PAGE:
The proteasome is a large, polymeric protease complex responsible for intracellular protein degradation and generation of peptides that bind to class I major histocompatibility complex (MHC) molecules. Interferon γ (INFγ) induces expression of alternative proteasomal subunits that affect intracellular protein degradation, thereby changing the types of peptides that bind to class I MHC molecules. These alterations in class I MHC peptides can influence whether cells and tissues are tolerated by the immune system. Expression of two INFγ-inducible proteasomal subunits, LMP7 and LMP10, in bovine luteal tissue was examined in this study. Northern analysis revealed the presence of mRNA encoding LMP7 and LMP10 in luteal tissue. Steady-state amounts of LMP7 mRNA did not change during the estrous cycle, but LMP10 mRNA was low in early corpus luteum (CL) and elevated in midcycle and late CL. Tumor necrosis factor α alone and in the presence of LH and/or prostaglandin F2α elevated steady-state amounts of LMP10 mRNA but did not affect LMP7 mRNA in cultured luteal cells. Immunohistochemistry revealed the presence of LMP10 primarily in small luteal cells. Numbers of LMP10-positive cells were lower in early CL than in midcycle and late CL. The finding that INFγ-inducible proteasomal subunits are expressed in luteal tissue when the CL is fully functional was unexpected and suggests that proteasomes in luteal cells may generate peptides capable of stimulating a class I MHC-dependent inflammatory response.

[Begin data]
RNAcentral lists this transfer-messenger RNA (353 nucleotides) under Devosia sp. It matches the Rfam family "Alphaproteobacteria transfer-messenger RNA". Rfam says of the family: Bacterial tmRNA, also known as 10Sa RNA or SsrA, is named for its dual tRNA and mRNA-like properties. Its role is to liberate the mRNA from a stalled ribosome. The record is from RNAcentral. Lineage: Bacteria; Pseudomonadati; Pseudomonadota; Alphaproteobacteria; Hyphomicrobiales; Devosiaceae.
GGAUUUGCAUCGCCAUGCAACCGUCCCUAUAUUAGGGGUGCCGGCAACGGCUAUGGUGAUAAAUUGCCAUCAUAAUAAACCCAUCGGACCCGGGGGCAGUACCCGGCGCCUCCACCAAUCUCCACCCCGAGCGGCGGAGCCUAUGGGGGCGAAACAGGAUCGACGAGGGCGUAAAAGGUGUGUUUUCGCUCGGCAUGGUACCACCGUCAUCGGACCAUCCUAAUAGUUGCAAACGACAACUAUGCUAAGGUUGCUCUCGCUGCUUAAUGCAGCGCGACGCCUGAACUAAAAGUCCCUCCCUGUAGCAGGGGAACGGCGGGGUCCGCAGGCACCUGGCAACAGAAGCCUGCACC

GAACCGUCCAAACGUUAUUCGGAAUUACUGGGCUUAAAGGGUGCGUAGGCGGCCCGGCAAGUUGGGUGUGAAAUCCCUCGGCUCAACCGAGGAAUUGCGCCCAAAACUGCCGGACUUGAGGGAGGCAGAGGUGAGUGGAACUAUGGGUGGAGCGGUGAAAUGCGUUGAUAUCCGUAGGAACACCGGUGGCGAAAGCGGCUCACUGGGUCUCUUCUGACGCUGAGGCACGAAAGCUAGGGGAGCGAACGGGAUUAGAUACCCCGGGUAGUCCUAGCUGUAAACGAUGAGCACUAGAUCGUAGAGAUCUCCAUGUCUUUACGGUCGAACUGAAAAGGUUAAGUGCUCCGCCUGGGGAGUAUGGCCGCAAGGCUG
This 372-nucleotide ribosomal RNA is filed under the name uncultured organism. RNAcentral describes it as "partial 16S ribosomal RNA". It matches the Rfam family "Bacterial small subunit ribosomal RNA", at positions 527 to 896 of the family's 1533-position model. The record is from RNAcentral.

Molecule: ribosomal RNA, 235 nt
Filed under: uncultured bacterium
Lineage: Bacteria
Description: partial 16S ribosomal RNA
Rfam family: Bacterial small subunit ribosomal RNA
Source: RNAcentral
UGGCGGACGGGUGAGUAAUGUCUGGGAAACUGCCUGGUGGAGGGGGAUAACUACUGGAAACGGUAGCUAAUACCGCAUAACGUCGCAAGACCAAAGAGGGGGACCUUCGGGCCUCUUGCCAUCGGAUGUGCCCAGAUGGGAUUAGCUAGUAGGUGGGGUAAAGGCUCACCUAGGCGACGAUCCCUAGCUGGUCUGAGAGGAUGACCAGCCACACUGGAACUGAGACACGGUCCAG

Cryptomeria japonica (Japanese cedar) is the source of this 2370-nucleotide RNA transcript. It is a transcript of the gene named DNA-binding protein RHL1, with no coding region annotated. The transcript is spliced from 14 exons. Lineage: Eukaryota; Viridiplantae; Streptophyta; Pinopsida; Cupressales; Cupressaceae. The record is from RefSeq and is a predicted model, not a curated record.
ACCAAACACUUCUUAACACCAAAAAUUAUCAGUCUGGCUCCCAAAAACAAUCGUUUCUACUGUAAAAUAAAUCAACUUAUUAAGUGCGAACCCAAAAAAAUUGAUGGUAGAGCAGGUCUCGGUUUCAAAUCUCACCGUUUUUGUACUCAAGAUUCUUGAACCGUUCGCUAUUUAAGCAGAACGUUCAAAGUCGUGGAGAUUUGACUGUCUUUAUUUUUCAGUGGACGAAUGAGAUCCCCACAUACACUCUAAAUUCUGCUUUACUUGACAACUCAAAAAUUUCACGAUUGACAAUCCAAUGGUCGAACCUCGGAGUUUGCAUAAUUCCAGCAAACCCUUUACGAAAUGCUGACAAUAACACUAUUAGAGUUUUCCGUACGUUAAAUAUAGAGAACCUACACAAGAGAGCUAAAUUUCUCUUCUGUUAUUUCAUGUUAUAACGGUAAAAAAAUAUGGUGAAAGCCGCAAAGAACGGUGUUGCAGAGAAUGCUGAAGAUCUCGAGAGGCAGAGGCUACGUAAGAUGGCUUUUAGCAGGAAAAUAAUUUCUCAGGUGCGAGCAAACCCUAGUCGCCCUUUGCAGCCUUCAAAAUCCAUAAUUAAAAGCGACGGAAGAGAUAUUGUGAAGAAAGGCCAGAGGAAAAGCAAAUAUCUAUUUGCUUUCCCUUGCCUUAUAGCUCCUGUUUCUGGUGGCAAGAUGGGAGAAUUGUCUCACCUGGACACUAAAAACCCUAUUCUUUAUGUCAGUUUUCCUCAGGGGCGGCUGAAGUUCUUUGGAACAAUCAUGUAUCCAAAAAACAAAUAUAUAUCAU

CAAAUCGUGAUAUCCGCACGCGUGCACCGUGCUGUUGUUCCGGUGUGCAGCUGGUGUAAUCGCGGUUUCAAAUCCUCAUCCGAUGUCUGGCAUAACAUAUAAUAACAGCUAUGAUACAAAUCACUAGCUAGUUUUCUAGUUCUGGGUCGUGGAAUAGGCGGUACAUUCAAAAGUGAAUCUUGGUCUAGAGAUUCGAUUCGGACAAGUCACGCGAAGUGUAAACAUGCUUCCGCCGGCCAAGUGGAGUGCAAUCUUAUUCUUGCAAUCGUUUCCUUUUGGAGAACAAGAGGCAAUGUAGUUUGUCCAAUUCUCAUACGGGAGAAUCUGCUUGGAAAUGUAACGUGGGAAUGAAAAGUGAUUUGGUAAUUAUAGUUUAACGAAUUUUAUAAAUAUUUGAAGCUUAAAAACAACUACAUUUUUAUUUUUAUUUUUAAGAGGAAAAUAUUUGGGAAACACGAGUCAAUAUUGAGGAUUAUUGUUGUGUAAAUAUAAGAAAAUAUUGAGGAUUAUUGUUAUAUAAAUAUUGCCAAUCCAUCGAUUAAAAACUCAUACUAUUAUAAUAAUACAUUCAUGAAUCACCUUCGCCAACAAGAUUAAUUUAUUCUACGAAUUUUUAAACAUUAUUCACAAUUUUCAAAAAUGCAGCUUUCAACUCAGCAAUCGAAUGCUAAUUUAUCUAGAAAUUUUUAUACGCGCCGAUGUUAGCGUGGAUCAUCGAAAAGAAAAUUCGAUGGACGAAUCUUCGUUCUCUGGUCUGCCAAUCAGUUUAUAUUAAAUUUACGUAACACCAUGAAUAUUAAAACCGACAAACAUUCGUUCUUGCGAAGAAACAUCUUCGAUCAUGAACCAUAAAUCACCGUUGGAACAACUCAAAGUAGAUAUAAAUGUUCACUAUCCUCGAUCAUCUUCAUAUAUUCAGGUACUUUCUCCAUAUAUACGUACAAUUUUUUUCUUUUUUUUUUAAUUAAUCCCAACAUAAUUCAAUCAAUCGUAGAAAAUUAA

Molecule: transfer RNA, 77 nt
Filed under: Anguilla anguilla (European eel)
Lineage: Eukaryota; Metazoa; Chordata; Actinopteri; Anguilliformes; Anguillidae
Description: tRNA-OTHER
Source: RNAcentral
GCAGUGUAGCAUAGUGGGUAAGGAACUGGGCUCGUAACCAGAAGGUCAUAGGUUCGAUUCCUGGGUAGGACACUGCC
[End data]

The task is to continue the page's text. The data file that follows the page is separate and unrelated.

All Science Journal Classification (ASJC) codes
- Cell Biology